If you're familiar with All About Jazz, you know that we've dedicated over two decades to supporting jazz as an art form, and more importantly, the creative musicians who make it. Our enduring commitment has made All About Jazz one of the most culturally important websites of its kind in the world reaching hundreds of thousands of readers every month. However, to expand our offerings and develop new means to foster jazz discovery we need your help.
You can become a sustaining member for a modest $20 and in return, we'll immediately hide those pesky Google ads PLUS deliver exclusive content and provide access to future articles for a full year! This combination will not only improve your AAJ experience, it will allow us to continue to rigorously build on the great work we first started in 1995. Read on to view our project ideas...
When these gents run amok it's largely controlled, spiced with massive quantities of mind-bending narratives, crazily executed pulses and split-second paradigm shifts. You can also think of a welterweight boxer landing rapid flurries, stinging uppercuts and roundhouse knockout blows as they punch out these works with the greatest of ease, shaded with ominous intentions.
Formerly a Germany-based trio known as Starlight, American trumpeter Peter Evans (Mostly Other People Do The Killing) adds his prominent technical faculties and astute improvisational tactics to these whirlwind excursions. It's all amplified and paced by the mind-boggling cadences provided by drummer extraordinaire Christian Lillinger and bassist Petter Eldh's fluent reinforcements.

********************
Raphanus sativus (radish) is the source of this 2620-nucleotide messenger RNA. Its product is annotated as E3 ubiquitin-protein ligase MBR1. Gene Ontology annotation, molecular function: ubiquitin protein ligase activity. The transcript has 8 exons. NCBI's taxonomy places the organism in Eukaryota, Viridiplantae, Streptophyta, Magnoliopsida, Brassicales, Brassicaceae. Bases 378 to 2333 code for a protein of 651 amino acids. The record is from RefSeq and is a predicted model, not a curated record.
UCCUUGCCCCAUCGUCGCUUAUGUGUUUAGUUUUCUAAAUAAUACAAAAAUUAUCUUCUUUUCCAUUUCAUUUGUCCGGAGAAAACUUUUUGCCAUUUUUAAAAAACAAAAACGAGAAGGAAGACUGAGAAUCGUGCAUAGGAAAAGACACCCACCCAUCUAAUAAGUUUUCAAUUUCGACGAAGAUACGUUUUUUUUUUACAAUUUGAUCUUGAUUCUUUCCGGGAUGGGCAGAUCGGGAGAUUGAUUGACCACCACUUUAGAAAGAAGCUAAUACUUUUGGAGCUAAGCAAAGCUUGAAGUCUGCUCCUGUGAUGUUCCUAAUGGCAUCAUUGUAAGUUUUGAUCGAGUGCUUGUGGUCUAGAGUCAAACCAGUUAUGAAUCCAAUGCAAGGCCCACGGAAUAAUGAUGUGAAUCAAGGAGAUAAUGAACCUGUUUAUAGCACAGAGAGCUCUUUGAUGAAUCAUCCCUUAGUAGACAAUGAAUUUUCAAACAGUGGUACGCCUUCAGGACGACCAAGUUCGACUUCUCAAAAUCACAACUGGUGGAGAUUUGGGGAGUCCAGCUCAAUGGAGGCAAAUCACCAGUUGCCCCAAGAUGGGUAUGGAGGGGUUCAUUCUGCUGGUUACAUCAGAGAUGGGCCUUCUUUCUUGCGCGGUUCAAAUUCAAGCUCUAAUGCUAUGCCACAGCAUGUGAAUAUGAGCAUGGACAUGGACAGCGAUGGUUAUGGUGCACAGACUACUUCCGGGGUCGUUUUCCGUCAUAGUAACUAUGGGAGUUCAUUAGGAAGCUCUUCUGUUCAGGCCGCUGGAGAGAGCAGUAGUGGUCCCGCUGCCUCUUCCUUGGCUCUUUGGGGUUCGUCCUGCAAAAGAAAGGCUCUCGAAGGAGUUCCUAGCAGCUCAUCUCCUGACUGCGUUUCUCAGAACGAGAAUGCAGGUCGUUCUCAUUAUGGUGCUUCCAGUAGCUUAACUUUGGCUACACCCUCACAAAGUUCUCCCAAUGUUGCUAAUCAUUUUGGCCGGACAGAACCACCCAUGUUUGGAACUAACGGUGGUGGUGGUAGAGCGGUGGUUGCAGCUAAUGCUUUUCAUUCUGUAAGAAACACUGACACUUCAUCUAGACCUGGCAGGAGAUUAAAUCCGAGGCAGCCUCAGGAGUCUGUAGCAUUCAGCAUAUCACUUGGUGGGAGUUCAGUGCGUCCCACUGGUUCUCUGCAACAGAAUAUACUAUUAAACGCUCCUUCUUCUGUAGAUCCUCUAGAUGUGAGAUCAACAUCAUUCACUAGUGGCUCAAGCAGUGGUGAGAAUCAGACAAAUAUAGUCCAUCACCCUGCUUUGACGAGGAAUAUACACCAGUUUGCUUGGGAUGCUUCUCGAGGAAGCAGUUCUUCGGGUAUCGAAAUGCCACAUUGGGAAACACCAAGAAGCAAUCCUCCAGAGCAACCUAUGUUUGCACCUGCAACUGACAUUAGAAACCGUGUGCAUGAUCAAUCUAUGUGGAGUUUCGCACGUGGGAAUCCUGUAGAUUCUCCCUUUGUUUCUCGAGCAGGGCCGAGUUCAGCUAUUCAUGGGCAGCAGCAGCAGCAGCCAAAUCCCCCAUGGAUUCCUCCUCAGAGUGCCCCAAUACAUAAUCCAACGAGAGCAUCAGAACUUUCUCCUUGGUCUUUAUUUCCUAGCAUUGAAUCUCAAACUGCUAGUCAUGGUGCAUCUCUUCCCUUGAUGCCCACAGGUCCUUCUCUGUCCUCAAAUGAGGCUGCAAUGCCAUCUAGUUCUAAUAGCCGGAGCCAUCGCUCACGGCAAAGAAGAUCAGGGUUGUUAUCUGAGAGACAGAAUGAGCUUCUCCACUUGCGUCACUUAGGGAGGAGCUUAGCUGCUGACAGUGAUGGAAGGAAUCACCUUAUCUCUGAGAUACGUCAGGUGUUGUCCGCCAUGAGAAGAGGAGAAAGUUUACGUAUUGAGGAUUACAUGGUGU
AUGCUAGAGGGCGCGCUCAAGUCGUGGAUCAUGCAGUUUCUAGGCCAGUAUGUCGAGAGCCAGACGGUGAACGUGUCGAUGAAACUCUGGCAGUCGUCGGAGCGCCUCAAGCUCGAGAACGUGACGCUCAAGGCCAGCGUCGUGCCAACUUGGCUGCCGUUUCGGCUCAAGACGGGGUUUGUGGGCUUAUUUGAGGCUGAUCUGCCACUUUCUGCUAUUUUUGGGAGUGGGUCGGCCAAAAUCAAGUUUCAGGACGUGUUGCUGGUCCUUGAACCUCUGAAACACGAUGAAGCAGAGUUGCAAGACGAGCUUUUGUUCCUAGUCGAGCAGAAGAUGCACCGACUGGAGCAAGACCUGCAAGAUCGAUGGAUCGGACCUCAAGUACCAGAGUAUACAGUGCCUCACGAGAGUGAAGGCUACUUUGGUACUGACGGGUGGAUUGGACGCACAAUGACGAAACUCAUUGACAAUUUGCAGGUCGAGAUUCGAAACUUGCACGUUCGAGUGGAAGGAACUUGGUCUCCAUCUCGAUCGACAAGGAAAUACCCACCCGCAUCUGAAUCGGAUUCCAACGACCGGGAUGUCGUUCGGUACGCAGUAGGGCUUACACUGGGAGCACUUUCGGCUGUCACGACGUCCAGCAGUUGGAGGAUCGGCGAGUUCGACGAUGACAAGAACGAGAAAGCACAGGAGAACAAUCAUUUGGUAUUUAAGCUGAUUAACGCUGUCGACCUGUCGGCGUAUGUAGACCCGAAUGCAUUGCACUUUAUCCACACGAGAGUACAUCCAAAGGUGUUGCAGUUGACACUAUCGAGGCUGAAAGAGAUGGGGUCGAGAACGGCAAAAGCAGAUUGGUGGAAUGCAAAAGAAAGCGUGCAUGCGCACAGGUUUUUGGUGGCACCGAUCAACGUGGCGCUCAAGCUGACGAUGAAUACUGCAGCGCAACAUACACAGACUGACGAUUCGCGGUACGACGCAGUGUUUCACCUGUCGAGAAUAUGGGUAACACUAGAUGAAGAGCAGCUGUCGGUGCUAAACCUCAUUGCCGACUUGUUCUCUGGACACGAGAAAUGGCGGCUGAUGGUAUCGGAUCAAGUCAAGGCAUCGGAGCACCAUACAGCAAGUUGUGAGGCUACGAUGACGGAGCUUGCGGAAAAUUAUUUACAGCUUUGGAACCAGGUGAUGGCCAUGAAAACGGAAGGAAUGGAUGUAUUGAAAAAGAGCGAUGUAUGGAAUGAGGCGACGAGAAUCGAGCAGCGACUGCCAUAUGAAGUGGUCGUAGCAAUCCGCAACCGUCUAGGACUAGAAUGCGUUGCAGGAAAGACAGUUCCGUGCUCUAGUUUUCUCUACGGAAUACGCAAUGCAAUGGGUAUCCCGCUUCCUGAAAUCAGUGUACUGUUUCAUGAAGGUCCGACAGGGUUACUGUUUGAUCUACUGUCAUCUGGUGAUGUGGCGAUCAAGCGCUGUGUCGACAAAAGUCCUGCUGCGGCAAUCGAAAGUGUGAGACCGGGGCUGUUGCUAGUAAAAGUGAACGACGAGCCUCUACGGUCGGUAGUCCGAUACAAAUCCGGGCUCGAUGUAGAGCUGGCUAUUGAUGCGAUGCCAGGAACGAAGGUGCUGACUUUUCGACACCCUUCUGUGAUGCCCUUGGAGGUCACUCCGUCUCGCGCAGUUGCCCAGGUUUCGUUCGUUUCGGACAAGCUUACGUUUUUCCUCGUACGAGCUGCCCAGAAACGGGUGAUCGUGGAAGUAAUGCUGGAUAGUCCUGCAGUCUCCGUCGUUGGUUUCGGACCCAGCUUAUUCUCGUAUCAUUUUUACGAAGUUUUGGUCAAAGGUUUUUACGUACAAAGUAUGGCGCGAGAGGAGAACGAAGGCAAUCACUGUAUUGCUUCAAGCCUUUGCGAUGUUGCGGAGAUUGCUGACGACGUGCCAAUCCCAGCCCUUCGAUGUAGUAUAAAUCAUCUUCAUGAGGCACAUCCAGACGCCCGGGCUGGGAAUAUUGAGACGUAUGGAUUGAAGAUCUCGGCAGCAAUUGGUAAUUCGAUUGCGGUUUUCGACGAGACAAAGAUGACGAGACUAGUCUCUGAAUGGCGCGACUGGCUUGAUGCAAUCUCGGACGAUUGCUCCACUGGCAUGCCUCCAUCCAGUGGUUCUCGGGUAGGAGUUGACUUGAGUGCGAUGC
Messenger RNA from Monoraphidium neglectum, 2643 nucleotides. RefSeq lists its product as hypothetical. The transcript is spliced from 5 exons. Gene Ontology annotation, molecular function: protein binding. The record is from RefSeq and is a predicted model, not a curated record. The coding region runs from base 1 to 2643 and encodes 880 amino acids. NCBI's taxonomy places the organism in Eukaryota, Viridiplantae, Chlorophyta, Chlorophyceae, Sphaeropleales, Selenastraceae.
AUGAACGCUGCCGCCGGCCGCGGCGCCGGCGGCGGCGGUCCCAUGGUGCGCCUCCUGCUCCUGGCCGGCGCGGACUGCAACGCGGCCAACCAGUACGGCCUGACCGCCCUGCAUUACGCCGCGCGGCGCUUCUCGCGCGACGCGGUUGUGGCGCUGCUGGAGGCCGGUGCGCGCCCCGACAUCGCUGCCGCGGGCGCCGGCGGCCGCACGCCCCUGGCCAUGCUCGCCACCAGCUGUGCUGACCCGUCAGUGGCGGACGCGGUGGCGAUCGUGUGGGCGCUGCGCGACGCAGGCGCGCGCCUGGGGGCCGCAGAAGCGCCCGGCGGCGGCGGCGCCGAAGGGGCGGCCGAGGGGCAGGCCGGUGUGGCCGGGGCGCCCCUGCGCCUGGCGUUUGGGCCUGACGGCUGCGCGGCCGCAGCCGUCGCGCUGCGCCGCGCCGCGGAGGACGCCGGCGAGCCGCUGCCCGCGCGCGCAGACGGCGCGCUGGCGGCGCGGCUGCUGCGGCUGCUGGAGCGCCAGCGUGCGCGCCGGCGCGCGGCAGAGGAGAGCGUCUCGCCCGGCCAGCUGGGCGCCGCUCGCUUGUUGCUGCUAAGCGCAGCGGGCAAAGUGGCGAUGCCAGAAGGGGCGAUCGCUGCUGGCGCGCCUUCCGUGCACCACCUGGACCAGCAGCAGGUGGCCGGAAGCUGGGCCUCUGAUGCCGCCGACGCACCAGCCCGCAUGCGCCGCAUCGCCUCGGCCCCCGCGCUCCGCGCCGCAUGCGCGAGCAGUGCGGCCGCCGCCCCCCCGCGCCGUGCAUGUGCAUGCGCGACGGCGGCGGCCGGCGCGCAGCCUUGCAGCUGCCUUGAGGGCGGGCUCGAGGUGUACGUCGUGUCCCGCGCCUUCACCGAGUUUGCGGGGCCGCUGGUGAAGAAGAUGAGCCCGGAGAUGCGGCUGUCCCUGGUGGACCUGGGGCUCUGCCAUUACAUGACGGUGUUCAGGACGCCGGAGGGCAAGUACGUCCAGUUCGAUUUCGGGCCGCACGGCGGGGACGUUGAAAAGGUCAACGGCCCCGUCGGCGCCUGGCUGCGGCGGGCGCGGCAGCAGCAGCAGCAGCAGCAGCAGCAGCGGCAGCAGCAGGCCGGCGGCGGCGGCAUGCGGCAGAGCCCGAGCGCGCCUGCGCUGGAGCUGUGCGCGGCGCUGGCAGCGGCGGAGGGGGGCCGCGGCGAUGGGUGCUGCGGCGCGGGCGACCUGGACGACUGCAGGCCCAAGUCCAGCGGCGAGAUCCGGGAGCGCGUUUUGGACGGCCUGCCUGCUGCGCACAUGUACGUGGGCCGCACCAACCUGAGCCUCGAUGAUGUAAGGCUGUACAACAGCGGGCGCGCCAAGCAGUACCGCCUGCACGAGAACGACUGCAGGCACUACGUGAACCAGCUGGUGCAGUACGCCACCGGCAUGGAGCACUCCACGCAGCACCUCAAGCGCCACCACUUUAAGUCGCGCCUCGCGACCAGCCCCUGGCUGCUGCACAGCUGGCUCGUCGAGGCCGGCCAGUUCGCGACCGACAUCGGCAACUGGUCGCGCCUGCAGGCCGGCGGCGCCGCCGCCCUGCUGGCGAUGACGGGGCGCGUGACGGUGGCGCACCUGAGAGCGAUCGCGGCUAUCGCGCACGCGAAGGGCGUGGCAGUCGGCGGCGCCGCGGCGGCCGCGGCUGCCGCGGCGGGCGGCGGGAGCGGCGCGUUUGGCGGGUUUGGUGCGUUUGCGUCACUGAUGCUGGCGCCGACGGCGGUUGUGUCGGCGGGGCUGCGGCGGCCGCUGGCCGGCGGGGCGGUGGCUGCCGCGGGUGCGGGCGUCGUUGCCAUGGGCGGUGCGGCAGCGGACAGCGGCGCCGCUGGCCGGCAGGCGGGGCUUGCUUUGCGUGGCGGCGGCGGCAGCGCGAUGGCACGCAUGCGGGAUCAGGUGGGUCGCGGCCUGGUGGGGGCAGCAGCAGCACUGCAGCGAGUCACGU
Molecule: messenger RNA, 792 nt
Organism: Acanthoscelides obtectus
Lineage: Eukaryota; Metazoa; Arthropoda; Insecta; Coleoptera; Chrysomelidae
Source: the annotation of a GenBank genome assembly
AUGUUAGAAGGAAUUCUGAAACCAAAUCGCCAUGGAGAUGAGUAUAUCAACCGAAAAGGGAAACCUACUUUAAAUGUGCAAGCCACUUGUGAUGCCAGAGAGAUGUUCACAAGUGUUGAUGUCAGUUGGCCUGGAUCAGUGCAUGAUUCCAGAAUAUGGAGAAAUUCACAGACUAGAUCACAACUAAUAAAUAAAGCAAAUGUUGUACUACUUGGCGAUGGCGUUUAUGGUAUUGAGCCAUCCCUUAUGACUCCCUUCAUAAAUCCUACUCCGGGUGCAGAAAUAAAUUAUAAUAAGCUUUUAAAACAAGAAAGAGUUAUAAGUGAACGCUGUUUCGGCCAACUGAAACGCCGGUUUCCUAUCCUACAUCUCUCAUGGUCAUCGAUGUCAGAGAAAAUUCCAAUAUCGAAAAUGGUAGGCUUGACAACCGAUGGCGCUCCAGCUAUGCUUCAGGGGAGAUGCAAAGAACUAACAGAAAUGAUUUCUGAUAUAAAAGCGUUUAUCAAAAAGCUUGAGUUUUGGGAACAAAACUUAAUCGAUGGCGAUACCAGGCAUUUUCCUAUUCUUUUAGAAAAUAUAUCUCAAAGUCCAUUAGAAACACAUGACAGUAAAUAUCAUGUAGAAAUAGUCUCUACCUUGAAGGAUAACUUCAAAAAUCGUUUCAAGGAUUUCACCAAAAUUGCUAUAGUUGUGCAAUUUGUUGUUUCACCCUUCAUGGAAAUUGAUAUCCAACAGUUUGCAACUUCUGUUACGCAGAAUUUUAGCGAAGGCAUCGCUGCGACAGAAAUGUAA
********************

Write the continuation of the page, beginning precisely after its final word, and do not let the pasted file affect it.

"Body Decline" is built on the frontline's swarming choruses and drawling extended notes as Lillinger goes on a rampage, leading to a succession of alternating currents and Evans' brazen soloing. Here the band gels to a hurried pace. Yet the entire program is ingrained with unorthodox beats and the group's breakneck momentum. However, "Alan Shorter," is a dirge-like ballad, offset by the drummer's rather skittish accents amid several curveballs tossed in for good measure. And "Enbert Amok" is a nervy jaunt, marked by the hornists' fluttering theme-building episodes and contrasting components that often transform into various off-centered grooves.
The musicians summon imagery of assembling a jigsaw puzzle via crafty subplots along with Eldh's single pluck of a bass string that drifts into eternity, as the band generates something akin to an abstract dance, abetted by contortionist-like movements. Thus, if you're of sound mind and ready for some action or simply up for the occasion, this production most assuredly fits the bill, in addition to some good-natured soul-cleansing along the way.
Track Listing: Pulsar; Body Decline; Brandy; Alan Shorter; Trio Amok; Enbert Amok; The New Portal;
Jazzfriendship; A Run Through the Neoliberalism.
Personnel: Christian Lillinger: Drums;
Petter Eldh: Bass;
Wanja Slavin: Saxophone;
Peter Evans: Trumpet.
We sent a confirmation message to . Look for it, then click the link to activate your account. If you don’t see the email in your inbox, check your spam, bulk or promotions folder.
Thanks for joining the All About Jazz community!